“I just wanted to see you clearly.”
That’s all most of us want, isn’t it? To be seen clearly. To have someone turn a light on when we want to hide our pain in the dark and make us feel like it’s okay for us to exist in that moment exactly as we are.
To have someone see us—really see us—and choose to keep looking until death do us part.
That’s what Vision gives Wanda at the end of “The Series Finale” of WandaVision. And that’s what Vision always gave her—someone who saw her for exactly who she was. Not a hero, not a villain.
And that was enough.
Losing that—the one person who accepted her for everything she was—turned Wanda into the worst version of herself. In her inability to sit with her grief and make peace with it, she lashed out and let her emotions control her. She hurt people—without meaning to initially, but that doesn’t make the pain she caused any less damaging. And in “The Series Finale,” Wanda had to face that truth and choose what to do with it.
In the end, she chooses acceptance.
WandaVision is a journey through the stages of grief, so it makes sense that it ends with acceptance—of Vision’s death, of what he’d meant to Wanda, and of what losing him had done to her. But the end of this part of Wanda’s journey wasn’t just about accepting that the Vision she’d loved was never coming back.
It was also about accepting that part of herself was never coming back either.
Westview represents the life Wanda had always wanted to live and the version of herself she’d always wanted to be. In this world, she’s a wife, a mother, a friend, and a woman who’s happy without reservation and unbothered by any shenanigans that can’t be solved in a half-hour.
That’s a lot to say goodbye to.
It’s what makes Wanda’s goodbye to Billy and Tommy so devastating. She’s saying goodbye to the dream of starting a family with Vision, and because it felt so real for her, it became real for us watching too. We grew attached to those kids because Wanda was so attached to the hope of this life. Letting go of that—saying goodbye to those little boys knowing that in a few moments it would be like they never existed—was as hard for us as it was for Wanda because that’s what good storytelling does. It makes us empathize. It makes us feel a character’s pain as if it was our own.
But ultimately, Wanda doesn’t say goodbye; she says thank you. It might not have been real outside of the Hex, but this time as a mother was real to Wanda. And instead of grieving it, she feels gratitude for it. Because she now knows what it’s like to feel that kind of love, and to know it can exist once means that maybe—someday—it can exist again.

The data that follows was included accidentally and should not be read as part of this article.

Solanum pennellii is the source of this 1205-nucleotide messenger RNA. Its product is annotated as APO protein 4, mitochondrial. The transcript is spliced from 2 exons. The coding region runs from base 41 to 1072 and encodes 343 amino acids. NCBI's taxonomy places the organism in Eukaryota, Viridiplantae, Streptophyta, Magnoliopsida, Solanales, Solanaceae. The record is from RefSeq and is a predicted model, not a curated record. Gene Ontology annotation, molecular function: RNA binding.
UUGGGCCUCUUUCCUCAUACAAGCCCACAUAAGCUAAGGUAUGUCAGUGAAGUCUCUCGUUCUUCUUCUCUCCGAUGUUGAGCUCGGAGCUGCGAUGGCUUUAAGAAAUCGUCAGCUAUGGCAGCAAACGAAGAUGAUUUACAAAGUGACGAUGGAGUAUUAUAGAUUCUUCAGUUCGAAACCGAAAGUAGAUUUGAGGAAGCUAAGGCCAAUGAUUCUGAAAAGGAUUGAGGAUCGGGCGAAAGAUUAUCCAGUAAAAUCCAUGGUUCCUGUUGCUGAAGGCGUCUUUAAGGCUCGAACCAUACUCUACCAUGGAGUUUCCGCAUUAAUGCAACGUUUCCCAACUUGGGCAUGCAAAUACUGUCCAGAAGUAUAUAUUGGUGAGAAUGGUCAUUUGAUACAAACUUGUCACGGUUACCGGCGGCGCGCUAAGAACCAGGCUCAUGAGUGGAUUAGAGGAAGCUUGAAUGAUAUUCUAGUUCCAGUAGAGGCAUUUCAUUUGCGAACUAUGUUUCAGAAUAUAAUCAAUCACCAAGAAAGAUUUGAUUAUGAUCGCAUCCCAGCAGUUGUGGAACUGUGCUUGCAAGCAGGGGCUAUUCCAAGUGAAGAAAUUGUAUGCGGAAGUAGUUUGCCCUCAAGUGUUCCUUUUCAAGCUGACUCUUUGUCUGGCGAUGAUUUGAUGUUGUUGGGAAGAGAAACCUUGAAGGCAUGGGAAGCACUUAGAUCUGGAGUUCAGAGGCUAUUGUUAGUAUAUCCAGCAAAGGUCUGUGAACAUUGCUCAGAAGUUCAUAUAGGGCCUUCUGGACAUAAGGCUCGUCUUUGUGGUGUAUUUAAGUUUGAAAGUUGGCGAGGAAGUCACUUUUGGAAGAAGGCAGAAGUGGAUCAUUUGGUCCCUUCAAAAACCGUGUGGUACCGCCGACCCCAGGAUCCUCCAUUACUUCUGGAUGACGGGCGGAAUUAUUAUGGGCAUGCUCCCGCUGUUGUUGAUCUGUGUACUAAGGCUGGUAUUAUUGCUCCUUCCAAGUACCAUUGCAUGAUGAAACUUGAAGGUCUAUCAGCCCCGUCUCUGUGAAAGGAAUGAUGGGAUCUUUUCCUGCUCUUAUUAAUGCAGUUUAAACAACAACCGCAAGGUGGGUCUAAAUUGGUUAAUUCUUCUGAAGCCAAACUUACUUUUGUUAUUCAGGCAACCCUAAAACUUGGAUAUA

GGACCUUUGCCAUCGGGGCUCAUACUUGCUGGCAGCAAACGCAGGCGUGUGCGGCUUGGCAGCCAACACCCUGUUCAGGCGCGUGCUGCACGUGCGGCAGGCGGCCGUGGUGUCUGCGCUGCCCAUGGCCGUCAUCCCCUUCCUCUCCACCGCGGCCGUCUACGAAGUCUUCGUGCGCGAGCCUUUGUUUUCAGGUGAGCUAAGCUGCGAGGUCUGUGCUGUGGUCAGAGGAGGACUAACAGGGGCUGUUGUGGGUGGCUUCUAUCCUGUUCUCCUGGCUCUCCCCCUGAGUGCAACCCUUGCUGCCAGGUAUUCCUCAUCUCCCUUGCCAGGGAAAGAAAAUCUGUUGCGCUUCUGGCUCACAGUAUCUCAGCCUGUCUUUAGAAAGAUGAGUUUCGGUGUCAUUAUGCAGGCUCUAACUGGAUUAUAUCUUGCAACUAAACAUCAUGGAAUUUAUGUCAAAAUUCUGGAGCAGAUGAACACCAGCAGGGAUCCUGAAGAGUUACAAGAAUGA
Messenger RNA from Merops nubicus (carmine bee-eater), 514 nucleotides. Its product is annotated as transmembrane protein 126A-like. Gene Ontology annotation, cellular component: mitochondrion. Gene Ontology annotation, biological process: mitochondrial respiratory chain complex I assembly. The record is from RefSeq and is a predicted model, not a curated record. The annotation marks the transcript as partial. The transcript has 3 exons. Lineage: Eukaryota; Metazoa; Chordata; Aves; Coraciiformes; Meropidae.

That sense of gratitude and hope permeates her final moments with Vision as well. When Vision asks her who he is, Wanda explains that he’s so much more than just a piece of the Mind Stone:
“You are my sadness and my hope. But mostly you’re my love.”
Vision is the physical embodiment of Wanda’s grief. He’s made of sadness, but as he once reminded her when he was alive, it’s not all bad. He’s her hope that there’s some part of her that can still feel what he made her feel. But mostly, he’s the love in her that keeps persevering—the stubborn, brave, beautiful love that allows us to keep a small part of people alive in our hearts and in our memories after they leave us.
Vision is a memory made real, but that means that even when the reality fades—when his body disintegrates and Wanda is left with empty hands in the empty lot that could have become their world had life been less cruel—the memory remains. And in the end, Wanda is ready to accept that it’s enough. That, to paraphrase Ms. Taylor Swift, the hope of it all is enough.
The hope that this isn’t the end of the story. The hope that there might be another hello after this goodbye. The hope that their love will keep persevering.
And for now, that’s enough.
It has to be enough.
Because Wanda has seen the damage caused by her inability to stand in her truth—by her need to escape and put her pain outside of herself instead of sitting with it and accepting that it’s a part of her. And she won’t punish other people for her pain anymore.
Instead, she accepts it. She accepts her pain for what it is, her life for what it is, and herself for who she is.
It’s messy and imperfect and uncomfortable. It’s hard. But it’s also brave.
Acceptance is brave.
Wanda’s journey to acceptance is about so much more than just accepting Vision’s death. It’s about accepting her own pain. Accepting her own power. Accepting herself for all the love her heart can hold and all the hurt she can cause.
Her boys helped her do that. Vision helped her do that. Monica helped her do that. Even Agatha helped her do that.
But in the end, she had to do the hard work herself.
She had to choose to turn the light on—to stand in the truth. And her truth is that she’s not okay. Her truth is that she’s broken but maybe not beyond repair. Her truth is that she’s struggling to understand who she is and her place in this world of heroes and villains and powers and pain she never asked for.
It’s a complex collection of truths. But aren’t we all complex collections of truths?
That’s what makes us human—not heroes, not villains.
And that’s the Wanda that Vision sees in the end. It’s the Wanda that we see in the end. But most importantly, it’s the Wanda that Wanda sees in the end.
We all want someone to see us clearly. But in the end, that’s our job. We need to see ourselves clearly. That’s what self-acceptance is.
That’s the journey Wanda Maximoff is on. And that’s a journey worth watching.
What was the best thing you saw on TV this week?